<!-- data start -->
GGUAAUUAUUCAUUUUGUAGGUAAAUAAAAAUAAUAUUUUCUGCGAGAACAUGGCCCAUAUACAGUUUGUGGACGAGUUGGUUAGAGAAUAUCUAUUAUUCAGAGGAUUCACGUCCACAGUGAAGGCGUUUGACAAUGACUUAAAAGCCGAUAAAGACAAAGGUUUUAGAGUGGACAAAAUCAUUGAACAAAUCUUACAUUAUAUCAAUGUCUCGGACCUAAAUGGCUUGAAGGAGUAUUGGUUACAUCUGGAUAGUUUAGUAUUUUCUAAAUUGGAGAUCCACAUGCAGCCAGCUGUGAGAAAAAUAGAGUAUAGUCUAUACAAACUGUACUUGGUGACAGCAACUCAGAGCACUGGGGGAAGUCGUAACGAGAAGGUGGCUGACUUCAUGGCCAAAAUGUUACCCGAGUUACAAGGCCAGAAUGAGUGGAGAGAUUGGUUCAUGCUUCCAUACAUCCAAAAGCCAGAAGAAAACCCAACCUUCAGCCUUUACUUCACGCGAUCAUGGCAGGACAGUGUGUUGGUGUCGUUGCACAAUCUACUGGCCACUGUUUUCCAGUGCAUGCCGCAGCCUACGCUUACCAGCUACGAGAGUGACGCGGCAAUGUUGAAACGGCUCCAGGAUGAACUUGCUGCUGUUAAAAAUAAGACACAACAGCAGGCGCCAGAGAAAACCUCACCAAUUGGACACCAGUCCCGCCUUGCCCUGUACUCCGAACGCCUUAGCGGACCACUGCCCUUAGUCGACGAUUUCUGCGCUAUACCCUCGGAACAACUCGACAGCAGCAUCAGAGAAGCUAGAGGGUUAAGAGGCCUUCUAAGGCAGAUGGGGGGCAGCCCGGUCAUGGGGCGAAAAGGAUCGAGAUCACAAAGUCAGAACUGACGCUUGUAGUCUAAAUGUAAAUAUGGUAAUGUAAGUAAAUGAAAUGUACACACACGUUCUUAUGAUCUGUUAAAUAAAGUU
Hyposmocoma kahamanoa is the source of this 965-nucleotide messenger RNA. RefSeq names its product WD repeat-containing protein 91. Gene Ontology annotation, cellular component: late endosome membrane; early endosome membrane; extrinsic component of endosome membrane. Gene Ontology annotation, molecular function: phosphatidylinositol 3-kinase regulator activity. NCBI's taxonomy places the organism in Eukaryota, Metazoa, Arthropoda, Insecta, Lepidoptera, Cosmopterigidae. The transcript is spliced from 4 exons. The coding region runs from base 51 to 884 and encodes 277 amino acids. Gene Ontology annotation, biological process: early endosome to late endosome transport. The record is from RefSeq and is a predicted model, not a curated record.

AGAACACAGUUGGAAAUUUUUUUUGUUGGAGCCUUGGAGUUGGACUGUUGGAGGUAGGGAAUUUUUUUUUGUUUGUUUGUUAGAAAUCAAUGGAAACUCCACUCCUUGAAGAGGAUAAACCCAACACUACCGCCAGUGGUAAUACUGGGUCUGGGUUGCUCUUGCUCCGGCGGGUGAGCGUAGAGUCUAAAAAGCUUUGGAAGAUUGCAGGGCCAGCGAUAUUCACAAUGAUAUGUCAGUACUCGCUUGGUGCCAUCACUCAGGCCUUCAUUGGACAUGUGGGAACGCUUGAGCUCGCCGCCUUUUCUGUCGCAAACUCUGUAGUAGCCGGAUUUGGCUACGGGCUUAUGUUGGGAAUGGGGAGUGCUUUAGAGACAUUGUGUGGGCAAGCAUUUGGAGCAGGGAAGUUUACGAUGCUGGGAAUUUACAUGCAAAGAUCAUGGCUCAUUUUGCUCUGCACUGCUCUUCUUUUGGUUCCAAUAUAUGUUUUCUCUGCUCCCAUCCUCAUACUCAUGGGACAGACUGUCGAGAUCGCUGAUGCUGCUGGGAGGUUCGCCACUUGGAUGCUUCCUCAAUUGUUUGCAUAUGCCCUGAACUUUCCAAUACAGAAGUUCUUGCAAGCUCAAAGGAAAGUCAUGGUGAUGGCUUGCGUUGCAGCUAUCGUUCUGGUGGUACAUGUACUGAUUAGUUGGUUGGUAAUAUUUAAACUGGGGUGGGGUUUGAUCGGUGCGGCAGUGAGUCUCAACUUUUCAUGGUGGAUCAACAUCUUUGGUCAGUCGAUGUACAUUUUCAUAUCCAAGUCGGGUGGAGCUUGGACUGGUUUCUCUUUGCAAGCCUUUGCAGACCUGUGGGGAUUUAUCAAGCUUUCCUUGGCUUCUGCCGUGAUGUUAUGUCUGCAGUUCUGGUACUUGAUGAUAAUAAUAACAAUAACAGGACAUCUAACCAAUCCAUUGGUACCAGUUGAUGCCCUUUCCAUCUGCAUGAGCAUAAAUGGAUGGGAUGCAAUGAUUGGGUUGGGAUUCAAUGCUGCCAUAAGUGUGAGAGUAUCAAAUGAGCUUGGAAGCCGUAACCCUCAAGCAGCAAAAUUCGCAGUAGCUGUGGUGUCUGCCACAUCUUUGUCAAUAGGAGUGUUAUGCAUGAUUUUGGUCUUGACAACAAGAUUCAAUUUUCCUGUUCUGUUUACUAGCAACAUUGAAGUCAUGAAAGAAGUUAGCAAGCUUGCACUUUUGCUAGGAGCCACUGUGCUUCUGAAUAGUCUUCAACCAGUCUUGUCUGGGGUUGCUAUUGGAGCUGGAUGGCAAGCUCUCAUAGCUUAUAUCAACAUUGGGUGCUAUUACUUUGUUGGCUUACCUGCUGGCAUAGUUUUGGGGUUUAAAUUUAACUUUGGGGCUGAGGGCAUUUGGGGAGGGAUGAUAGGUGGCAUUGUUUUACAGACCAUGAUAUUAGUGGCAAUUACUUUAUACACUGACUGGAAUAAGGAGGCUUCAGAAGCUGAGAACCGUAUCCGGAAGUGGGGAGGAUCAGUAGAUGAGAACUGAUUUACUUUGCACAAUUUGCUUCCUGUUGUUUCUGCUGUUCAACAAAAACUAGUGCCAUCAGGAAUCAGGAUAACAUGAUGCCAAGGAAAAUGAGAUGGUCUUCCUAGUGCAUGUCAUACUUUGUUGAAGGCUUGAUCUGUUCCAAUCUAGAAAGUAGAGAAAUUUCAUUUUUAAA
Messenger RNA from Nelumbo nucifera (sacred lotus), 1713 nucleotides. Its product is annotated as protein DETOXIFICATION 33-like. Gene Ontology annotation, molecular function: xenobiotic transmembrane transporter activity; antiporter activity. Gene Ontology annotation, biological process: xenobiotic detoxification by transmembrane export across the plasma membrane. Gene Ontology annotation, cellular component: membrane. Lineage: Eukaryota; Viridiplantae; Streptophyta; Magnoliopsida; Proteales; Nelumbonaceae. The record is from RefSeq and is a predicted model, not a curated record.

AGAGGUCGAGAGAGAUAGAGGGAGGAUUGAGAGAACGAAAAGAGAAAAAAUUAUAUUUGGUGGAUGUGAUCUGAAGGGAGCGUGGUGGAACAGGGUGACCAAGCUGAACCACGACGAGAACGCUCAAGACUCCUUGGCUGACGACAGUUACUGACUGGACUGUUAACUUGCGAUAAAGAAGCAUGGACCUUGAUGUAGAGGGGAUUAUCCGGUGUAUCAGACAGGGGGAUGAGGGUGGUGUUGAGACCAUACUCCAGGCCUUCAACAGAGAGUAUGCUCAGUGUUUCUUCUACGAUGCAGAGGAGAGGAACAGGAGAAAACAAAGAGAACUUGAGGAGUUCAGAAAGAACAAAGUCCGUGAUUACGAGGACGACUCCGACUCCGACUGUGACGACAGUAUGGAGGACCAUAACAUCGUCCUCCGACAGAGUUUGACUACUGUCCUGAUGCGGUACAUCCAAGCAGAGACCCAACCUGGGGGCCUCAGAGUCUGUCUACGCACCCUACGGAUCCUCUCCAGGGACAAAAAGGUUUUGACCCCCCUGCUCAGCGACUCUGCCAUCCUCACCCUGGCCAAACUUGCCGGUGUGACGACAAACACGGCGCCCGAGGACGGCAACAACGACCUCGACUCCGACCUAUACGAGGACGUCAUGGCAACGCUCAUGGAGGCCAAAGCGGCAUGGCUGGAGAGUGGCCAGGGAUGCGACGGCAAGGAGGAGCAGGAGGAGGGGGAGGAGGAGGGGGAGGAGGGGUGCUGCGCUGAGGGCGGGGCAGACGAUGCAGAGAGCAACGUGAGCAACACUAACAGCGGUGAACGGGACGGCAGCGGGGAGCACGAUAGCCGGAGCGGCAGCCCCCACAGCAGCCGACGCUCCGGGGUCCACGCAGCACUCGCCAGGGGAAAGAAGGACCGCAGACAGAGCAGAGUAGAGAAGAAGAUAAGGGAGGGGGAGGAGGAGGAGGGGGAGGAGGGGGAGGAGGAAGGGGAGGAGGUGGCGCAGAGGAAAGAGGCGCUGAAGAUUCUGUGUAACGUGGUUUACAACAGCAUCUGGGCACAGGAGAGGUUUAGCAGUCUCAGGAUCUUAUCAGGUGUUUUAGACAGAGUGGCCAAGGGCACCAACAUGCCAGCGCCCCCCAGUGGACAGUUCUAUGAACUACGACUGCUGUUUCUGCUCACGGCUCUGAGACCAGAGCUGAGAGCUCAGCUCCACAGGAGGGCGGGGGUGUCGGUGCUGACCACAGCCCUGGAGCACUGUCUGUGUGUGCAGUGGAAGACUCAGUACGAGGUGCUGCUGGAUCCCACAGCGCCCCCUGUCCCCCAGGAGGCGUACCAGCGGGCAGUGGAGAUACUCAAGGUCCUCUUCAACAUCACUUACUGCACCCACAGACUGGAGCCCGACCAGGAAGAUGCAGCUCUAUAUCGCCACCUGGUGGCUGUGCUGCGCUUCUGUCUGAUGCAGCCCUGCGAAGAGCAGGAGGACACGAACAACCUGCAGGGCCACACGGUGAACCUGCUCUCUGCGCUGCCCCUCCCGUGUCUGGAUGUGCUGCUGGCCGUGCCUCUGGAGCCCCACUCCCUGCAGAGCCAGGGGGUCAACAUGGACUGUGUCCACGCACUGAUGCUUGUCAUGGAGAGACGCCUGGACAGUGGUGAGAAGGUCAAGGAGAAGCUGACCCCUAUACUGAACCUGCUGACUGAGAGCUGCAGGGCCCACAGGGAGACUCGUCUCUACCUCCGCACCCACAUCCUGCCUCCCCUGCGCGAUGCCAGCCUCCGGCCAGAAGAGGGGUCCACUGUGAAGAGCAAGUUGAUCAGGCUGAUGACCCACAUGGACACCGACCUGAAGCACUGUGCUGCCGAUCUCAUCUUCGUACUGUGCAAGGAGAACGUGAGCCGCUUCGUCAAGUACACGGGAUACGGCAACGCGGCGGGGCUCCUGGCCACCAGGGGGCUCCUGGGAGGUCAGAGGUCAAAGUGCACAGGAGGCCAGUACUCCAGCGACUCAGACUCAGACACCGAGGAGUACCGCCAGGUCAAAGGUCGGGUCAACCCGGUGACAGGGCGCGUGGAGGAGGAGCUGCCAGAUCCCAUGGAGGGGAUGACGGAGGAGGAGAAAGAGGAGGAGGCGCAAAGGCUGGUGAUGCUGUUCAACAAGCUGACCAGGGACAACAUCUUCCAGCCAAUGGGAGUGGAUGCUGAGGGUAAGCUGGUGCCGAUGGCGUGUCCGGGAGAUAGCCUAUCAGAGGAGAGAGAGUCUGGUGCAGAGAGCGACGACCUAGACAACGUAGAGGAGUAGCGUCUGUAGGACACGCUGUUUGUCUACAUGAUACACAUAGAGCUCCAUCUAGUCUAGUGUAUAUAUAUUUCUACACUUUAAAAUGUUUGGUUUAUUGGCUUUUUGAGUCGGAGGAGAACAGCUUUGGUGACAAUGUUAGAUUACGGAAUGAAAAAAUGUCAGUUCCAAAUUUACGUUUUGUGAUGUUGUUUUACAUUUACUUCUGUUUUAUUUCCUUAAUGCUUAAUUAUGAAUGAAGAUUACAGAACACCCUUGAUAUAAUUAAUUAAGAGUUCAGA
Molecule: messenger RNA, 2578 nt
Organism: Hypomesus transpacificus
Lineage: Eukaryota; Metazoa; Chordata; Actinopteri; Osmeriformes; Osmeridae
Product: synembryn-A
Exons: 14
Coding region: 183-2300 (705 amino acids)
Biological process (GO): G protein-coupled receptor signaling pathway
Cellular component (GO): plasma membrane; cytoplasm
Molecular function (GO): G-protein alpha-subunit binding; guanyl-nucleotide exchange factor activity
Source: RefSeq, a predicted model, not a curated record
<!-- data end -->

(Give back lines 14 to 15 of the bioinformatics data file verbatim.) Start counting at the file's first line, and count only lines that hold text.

Molecular function (GO): G-protein alpha-subunit binding; guanyl-nucleotide exchange factor activity
Source: RefSeq, a predicted model, not a curated record